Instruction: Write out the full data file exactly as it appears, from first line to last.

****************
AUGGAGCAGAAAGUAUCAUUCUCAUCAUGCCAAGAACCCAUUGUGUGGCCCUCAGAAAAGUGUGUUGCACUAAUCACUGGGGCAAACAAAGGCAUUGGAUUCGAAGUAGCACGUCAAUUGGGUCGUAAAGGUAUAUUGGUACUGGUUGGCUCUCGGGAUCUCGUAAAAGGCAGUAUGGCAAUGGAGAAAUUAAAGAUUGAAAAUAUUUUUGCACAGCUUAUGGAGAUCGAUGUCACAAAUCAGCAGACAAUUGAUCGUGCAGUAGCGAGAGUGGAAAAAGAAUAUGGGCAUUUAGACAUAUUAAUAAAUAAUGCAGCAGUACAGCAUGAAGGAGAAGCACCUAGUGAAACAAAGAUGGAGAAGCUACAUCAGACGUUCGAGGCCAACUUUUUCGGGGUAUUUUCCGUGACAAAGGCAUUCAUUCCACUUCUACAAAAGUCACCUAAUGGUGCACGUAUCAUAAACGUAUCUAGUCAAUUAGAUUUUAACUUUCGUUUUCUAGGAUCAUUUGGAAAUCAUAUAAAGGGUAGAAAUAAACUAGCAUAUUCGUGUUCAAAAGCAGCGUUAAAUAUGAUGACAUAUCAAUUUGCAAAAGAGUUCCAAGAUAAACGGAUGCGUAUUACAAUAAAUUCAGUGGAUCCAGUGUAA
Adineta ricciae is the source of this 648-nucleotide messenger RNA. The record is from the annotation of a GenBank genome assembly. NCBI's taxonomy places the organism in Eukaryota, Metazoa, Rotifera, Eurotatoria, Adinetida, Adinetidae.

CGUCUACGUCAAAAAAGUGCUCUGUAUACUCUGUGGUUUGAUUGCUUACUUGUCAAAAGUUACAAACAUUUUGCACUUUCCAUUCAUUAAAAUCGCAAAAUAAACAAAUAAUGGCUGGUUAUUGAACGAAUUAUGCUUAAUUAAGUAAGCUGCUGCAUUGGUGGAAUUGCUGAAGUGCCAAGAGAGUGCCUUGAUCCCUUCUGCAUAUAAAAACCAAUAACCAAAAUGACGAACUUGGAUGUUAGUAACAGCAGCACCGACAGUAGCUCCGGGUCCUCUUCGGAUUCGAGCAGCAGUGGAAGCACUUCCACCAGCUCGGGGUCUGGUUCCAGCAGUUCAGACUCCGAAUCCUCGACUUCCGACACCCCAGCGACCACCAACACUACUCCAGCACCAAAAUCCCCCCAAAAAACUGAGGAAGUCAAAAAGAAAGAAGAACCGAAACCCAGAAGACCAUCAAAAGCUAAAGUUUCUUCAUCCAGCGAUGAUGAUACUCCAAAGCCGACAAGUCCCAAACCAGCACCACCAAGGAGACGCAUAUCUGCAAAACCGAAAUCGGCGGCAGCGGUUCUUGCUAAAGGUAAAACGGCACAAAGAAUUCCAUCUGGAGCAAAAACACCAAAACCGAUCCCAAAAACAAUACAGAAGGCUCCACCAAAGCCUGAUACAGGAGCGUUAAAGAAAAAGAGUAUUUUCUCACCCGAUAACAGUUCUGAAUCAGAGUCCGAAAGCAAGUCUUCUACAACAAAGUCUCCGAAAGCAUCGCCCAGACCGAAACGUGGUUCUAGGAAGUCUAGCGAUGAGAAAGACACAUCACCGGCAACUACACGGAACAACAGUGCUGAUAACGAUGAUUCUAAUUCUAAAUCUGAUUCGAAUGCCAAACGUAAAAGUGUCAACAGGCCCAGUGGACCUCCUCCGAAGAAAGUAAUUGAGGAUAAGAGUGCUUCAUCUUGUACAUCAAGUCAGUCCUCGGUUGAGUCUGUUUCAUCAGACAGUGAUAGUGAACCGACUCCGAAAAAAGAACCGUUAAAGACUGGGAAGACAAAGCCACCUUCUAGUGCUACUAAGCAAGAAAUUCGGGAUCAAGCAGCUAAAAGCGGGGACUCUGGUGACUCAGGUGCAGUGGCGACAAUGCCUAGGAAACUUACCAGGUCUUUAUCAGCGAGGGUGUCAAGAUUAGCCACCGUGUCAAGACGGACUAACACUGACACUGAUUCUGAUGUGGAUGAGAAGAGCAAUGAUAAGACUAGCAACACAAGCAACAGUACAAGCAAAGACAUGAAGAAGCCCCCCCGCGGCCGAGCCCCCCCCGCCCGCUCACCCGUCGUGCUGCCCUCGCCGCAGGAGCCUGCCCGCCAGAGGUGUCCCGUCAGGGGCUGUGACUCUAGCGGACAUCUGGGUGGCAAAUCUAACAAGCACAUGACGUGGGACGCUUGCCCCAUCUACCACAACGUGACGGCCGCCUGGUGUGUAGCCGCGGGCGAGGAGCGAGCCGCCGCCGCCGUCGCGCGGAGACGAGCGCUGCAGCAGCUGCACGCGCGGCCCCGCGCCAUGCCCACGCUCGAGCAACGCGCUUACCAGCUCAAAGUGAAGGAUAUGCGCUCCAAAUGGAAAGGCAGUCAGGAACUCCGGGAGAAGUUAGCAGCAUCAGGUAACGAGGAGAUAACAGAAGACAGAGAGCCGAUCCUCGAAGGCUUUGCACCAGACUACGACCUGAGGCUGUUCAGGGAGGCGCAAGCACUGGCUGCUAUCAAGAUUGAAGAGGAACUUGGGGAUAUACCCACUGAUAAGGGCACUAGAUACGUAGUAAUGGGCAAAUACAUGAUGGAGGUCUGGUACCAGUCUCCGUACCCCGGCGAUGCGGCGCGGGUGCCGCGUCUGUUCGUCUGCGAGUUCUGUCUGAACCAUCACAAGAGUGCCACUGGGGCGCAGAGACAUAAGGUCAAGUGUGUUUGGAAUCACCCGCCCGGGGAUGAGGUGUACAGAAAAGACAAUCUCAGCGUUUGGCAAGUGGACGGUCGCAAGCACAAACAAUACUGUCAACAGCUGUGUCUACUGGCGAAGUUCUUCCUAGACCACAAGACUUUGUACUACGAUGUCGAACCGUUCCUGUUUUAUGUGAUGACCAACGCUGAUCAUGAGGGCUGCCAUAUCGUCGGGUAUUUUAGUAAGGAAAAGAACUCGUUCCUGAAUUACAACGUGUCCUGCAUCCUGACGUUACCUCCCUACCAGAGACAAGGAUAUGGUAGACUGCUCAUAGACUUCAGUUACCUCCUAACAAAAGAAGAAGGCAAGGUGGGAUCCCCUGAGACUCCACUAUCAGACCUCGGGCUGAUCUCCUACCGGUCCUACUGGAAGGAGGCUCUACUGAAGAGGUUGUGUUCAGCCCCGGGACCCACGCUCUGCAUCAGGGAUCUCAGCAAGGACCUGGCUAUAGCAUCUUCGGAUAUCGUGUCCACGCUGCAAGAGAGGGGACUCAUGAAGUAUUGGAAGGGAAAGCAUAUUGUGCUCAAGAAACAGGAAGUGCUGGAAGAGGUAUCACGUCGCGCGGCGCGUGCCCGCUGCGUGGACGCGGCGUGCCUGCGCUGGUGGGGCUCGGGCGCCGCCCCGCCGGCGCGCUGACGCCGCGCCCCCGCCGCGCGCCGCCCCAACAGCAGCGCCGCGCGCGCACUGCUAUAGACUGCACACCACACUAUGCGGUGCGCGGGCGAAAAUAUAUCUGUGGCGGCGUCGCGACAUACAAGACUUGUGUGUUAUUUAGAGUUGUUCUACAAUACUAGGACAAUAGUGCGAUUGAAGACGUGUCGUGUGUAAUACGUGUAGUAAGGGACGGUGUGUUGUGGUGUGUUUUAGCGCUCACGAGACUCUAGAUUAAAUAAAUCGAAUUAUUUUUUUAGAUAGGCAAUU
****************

AUGGAGCAGAAAGUAUCAUUCUCAUCAUGCCAAGAACCCAUUGUGUGGCCCUCAGAAAAGUGUGUUGCACUAAUCACUGGGGCAAACAAAGGCAUUGGAUUCGAAGUAGCACGUCAAUUGGGUCGUAAAGGUAUAUUGGUACUGGUUGGCUCUCGGGAUCUCGUAAAAGGCAGUAUGGCAAUGGAGAAAUUAAAGAUUGAAAAUAUUUUUGCACAGCUUAUGGAGAUCGAUGUCACAAAUCAGCAGACAAUUGAUCGUGCAGUAGCGAGAGUGGAAAAAGAAUAUGGGCAUUUAGACAUAUUAAUAAAUAAUGCAGCAGUACAGCAUGAAGGAGAAGCACCUAGUGAAACAAAGAUGGAGAAGCUACAUCAGACGUUCGAGGCCAACUUUUUCGGGGUAUUUUCCGUGACAAAGGCAUUCAUUCCACUUCUACAAAAGUCACCUAAUGGUGCACGUAUCAUAAACGUAUCUAGUCAAUUAGAUUUUAACUUUCGUUUUCUAGGAUCAUUUGGAAAUCAUAUAAAGGGUAGAAAUAAACUAGCAUAUUCGUGUUCAAAAGCAGCGUUAAAUAUGAUGACAUAUCAAUUUGCAAAAGAGUUCCAAGAUAAACGGAUGCGUAUUACAAUAAAUUCAGUGGAUCCAGUGUAA
Adineta ricciae is the source of this 648-nucleotide messenger RNA. The record is from the annotation of a GenBank genome assembly. NCBI's taxonomy places the organism in Eukaryota, Metazoa, Rotifera, Eurotatoria, Adinetida, Adinetidae.

CGUCUACGUCAAAAAAGUGCUCUGUAUACUCUGUGGUUUGAUUGCUUACUUGUCAAAAGUUACAAACAUUUUGCACUUUCCAUUCAUUAAAAUCGCAAAAUAAACAAAUAAUGGCUGGUUAUUGAACGAAUUAUGCUUAAUUAAGUAAGCUGCUGCAUUGGUGGAAUUGCUGAAGUGCCAAGAGAGUGCCUUGAUCCCUUCUGCAUAUAAAAACCAAUAACCAAAAUGACGAACUUGGAUGUUAGUAACAGCAGCACCGACAGUAGCUCCGGGUCCUCUUCGGAUUCGAGCAGCAGUGGAAGCACUUCCACCAGCUCGGGGUCUGGUUCCAGCAGUUCAGACUCCGAAUCCUCGACUUCCGACACCCCAGCGACCACCAACACUACUCCAGCACCAAAAUCCCCCCAAAAAACUGAGGAAGUCAAAAAGAAAGAAGAACCGAAACCCAGAAGACCAUCAAAAGCUAAAGUUUCUUCAUCCAGCGAUGAUGAUACUCCAAAGCCGACAAGUCCCAAACCAGCACCACCAAGGAGACGCAUAUCUGCAAAACCGAAAUCGGCGGCAGCGGUUCUUGCUAAAGGUAAAACGGCACAAAGAAUUCCAUCUGGAGCAAAAACACCAAAACCGAUCCCAAAAACAAUACAGAAGGCUCCACCAAAGCCUGAUACAGGAGCGUUAAAGAAAAAGAGUAUUUUCUCACCCGAUAACAGUUCUGAAUCAGAGUCCGAAAGCAAGUCUUCUACAACAAAGUCUCCGAAAGCAUCGCCCAGACCGAAACGUGGUUCUAGGAAGUCUAGCGAUGAGAAAGACACAUCACCGGCAACUACACGGAACAACAGUGCUGAUAACGAUGAUUCUAAUUCUAAAUCUGAUUCGAAUGCCAAACGUAAAAGUGUCAACAGGCCCAGUGGACCUCCUCCGAAGAAAGUAAUUGAGGAUAAGAGUGCUUCAUCUUGUACAUCAAGUCAGUCCUCGGUUGAGUCUGUUUCAUCAGACAGUGAUAGUGAACCGACUCCGAAAAAAGAACCGUUAAAGACUGGGAAGACAAAGCCACCUUCUAGUGCUACUAAGCAAGAAAUUCGGGAUCAAGCAGCUAAAAGCGGGGACUCUGGUGACUCAGGUGCAGUGGCGACAAUGCCUAGGAAACUUACCAGGUCUUUAUCAGCGAGGGUGUCAAGAUUAGCCACCGUGUCAAGACGGACUAACACUGACACUGAUUCUGAUGUGGAUGAGAAGAGCAAUGAUAAGACUAGCAACACAAGCAACAGUACAAGCAAAGACAUGAAGAAGCCCCCCCGCGGCCGAGCCCCCCCCGCCCGCUCACCCGUCGUGCUGCCCUCGCCGCAGGAGCCUGCCCGCCAGAGGUGUCCCGUCAGGGGCUGUGACUCUAGCGGACAUCUGGGUGGCAAAUCUAACAAGCACAUGACGUGGGACGCUUGCCCCAUCUACCACAACGUGACGGCCGCCUGGUGUGUAGCCGCGGGCGAGGAGCGAGCCGCCGCCGCCGUCGCGCGGAGACGAGCGCUGCAGCAGCUGCACGCGCGGCCCCGCGCCAUGCCCACGCUCGAGCAACGCGCUUACCAGCUCAAAGUGAAGGAUAUGCGCUCCAAAUGGAAAGGCAGUCAGGAACUCCGGGAGAAGUUAGCAGCAUCAGGUAACGAGGAGAUAACAGAAGACAGAGAGCCGAUCCUCGAAGGCUUUGCACCAGACUACGACCUGAGGCUGUUCAGGGAGGCGCAAGCACUGGCUGCUAUCAAGAUUGAAGAGGAACUUGGGGAUAUACCCACUGAUAAGGGCACUAGAUACGUAGUAAUGGGCAAAUACAUGAUGGAGGUCUGGUACCAGUCUCCGUACCCCGGCGAUGCGGCGCGGGUGCCGCGUCUGUUCGUCUGCGAGUUCUGUCUGAACCAUCACAAGAGUGCCACUGGGGCGCAGAGACAUAAGGUCAAGUGUGUUUGGAAUCACCCGCCCGGGGAUGAGGUGUACAGAAAAGACAAUCUCAGCGUUUGGCAAGUGGACGGUCGCAAGCACAAACAAUACUGUCAACAGCUGUGUCUACUGGCGAAGUUCUUCCUAGACCACAAGACUUUGUACUACGAUGUCGAACCGUUCCUGUUUUAUGUGAUGACCAACGCUGAUCAUGAGGGCUGCCAUAUCGUCGGGUAUUUUAGUAAGGAAAAGAACUCGUUCCUGAAUUACAACGUGUCCUGCAUCCUGACGUUACCUCCCUACCAGAGACAAGGAUAUGGUAGACUGCUCAUAGACUUCAGUUACCUCCUAACAAAAGAAGAAGGCAAGGUGGGAUCCCCUGAGACUCCACUAUCAGACCUCGGGCUGAUCUCCUACCGGUCCUACUGGAAGGAGGCUCUACUGAAGAGGUUGUGUUCAGCCCCGGGACCCACGCUCUGCAUCAGGGAUCUCAGCAAGGACCUGGCUAUAGCAUCUUCGGAUAUCGUGUCCACGCUGCAAGAGAGGGGACUCAUGAAGUAUUGGAAGGGAAAGCAUAUUGUGCUCAAGAAACAGGAAGUGCUGGAAGAGGUAUCACGUCGCGCGGCGCGUGCCCGCUGCGUGGACGCGGCGUGCCUGCGCUGGUGGGGCUCGGGCGCCGCCCCGCCGGCGCGCUGACGCCGCGCCCCCGCCGCGCGCCGCCCCAACAGCAGCGCCGCGCGCGCACUGCUAUAGACUGCACACCACACUAUGCGGUGCGCGGGCGAAAAUAUAUCUGUGGCGGCGUCGCGACAUACAAGACUUGUGUGUUAUUUAGAGUUGUUCUACAAUACUAGGACAAUAGUGCGAUUGAAGACGUGUCGUGUGUAAUACGUGUAGUAAGGGACGGUGUGUUGUGGUGUGUUUUAGCGCUCACGAGACUCUAGAUUAAAUAAAUCGAAUUAUUUUUUUAGAUAGGCAAUU